Geochemical and mineralogical characterization of sulfur and iron in coal waste rock, Elk Valley, British Columbia, Canada

Sci Total Environ. 2017 May 15;586:753-769. doi: 10.1016/j.scitotenv.2017.02.053. Epub 2017 Feb 12.


Exposure of coal waste rock to atmospheric oxygen can result in the oxidation of sulfide minerals and the release of sulfate (SO42-) and associated trace elements (e.g., Se, As, Cd, and Zn) to groundwaters and surface waters. Similarly, reduced iron minerals such as siderite, ankerite, and the sulfide, pyrite, present in the waste rock can also undergo oxidation, resulting in the formation of iron oxyhydroxides that can adsorb trace elements released from the oxidation of the sulfide minerals. Characterization and quantification of the distribution of sulfide and iron minerals, their oxidation products, as well as leaching rates are critical to assessing present-day and future impacts of SO42- and associated trace elements on receiving waters. Synchrotron-based X-ray absorption near edge spectroscopic analysis of coal waste rock samples from the Elk Valley, British Columbia showed Fe present as pyrite (mean 6.0%), siderite (mean 44.3%), goethite (mean 35.4%), and lepidocrocite (mean 14.3%) with S present as sulfide (mean 26.9%), organic S (mean 58.7%), and SO42- (mean 14.4%). Squeezed porewater samples from dump solids yielded mean concentrations of 0.28mg/L Fe and 1246mg/L SO42-. Geochemical modeling showed the porewaters in the dumps to be supersaturated with respect to Fe oxyhydroxides and undersaturated with respect to gypsum, consistent with solids analyses. Coupling Fe and S mineralogical data with long-term water quality and quantity measurements from the base of one dump suggest about 10% of the sulfides (which represent 2% of total S) in the dump were oxidized over the past 30years. The S from these oxidized sulfides was released to the receiving surface water as SO42- and the majority of the Fe precipitated as secondary Fe oxyhydroxides (only 3.0×10-5% of the Fe was released to the receiving waters over the past 30years). Although the data suggest that the leaching of SO42- from the waste rock dump could continue for about 300years, assuming no change in the rate of oxidation of sulfides, SO42- is currently not a concern in receiving surface waters as the concentration levels are below regulatory limits.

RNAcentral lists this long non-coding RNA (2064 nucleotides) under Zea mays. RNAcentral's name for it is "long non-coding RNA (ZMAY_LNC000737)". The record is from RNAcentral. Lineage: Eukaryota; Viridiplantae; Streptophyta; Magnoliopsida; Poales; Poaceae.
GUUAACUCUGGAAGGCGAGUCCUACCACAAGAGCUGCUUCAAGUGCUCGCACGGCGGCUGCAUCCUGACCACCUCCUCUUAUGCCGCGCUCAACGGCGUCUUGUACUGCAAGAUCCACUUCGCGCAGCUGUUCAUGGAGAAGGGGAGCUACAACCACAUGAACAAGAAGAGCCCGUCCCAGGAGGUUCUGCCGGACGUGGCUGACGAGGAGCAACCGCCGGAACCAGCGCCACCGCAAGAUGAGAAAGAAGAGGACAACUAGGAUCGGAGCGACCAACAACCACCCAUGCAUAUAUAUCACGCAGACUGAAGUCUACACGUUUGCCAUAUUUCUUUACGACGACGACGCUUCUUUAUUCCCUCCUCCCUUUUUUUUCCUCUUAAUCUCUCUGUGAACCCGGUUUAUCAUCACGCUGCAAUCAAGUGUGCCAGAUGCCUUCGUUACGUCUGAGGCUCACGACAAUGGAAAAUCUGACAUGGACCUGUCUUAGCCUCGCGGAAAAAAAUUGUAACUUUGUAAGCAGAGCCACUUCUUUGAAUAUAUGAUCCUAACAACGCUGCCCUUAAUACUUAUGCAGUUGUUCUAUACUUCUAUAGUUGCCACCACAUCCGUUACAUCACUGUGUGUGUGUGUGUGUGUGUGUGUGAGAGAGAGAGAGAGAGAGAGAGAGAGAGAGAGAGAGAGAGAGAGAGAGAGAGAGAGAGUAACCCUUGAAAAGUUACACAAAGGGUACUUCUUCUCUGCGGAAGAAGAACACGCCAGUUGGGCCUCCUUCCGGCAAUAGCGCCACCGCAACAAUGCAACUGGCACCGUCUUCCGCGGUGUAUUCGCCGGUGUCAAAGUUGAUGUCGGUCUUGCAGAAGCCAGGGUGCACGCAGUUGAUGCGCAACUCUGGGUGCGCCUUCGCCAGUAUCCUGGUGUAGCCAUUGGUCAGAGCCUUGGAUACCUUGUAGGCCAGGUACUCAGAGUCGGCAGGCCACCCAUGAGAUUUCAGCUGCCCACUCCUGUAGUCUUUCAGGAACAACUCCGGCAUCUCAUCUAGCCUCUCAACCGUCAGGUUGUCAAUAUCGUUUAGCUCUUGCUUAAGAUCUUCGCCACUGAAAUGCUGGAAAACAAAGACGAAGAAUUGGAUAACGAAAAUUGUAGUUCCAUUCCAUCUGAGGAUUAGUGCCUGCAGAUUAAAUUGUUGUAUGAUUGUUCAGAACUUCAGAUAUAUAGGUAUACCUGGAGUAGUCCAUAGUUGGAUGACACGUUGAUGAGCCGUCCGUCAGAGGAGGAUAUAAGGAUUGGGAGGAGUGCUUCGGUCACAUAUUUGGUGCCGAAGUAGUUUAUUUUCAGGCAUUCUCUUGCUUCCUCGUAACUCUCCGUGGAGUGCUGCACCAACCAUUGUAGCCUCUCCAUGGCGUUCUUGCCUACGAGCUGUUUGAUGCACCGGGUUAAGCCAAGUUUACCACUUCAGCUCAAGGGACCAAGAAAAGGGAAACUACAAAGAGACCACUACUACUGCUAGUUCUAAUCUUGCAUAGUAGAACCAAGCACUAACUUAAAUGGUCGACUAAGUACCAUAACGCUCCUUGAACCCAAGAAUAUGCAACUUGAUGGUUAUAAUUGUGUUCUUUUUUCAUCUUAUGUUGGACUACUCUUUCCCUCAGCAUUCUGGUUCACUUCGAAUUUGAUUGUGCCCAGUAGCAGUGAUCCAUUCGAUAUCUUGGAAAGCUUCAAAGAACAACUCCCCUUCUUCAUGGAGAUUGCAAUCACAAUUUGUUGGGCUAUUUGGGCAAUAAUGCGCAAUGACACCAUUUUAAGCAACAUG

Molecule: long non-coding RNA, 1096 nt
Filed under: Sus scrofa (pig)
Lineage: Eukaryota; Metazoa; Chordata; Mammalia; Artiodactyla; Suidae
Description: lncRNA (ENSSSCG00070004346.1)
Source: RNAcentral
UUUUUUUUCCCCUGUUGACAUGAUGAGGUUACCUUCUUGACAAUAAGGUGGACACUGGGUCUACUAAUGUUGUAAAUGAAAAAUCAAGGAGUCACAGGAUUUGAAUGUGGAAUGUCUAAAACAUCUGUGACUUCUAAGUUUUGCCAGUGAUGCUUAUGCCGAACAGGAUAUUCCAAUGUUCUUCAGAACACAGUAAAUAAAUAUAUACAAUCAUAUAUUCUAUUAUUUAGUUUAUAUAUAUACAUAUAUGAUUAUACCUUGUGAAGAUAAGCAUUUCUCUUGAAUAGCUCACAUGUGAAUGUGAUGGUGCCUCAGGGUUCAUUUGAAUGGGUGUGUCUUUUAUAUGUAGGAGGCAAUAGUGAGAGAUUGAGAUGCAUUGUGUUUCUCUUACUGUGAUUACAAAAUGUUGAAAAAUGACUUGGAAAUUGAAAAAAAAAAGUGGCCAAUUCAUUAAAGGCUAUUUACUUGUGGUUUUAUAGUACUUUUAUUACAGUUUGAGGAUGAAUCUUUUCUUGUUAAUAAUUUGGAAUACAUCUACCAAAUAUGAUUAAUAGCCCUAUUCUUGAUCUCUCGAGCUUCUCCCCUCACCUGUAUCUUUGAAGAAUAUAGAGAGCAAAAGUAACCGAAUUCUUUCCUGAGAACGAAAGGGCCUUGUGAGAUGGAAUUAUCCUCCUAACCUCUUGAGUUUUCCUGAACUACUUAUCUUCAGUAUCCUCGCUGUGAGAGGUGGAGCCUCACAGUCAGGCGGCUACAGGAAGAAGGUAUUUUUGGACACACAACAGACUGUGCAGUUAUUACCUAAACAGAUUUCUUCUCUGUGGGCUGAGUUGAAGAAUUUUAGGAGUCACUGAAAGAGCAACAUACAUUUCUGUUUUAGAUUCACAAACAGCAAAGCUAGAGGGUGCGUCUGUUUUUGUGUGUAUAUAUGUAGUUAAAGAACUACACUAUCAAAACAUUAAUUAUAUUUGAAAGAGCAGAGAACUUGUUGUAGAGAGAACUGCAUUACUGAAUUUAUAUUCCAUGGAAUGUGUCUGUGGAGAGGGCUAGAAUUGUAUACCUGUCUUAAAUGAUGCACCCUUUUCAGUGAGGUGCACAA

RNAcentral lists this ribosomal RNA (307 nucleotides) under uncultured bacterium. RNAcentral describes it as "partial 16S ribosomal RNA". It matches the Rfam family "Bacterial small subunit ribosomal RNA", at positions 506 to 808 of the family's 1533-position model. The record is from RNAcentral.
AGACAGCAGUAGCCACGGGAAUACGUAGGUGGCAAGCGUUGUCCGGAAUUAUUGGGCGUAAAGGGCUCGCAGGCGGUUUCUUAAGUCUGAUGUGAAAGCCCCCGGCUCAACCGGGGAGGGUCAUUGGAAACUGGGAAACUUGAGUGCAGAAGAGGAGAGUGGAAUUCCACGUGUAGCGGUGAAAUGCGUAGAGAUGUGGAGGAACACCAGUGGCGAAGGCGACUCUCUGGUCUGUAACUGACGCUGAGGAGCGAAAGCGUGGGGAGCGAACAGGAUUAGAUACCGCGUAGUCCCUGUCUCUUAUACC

Keywords: Coal mining; Geochemical modeling; Iron oxyhydroxides; Sulfide oxidation; Waste rock; XANES.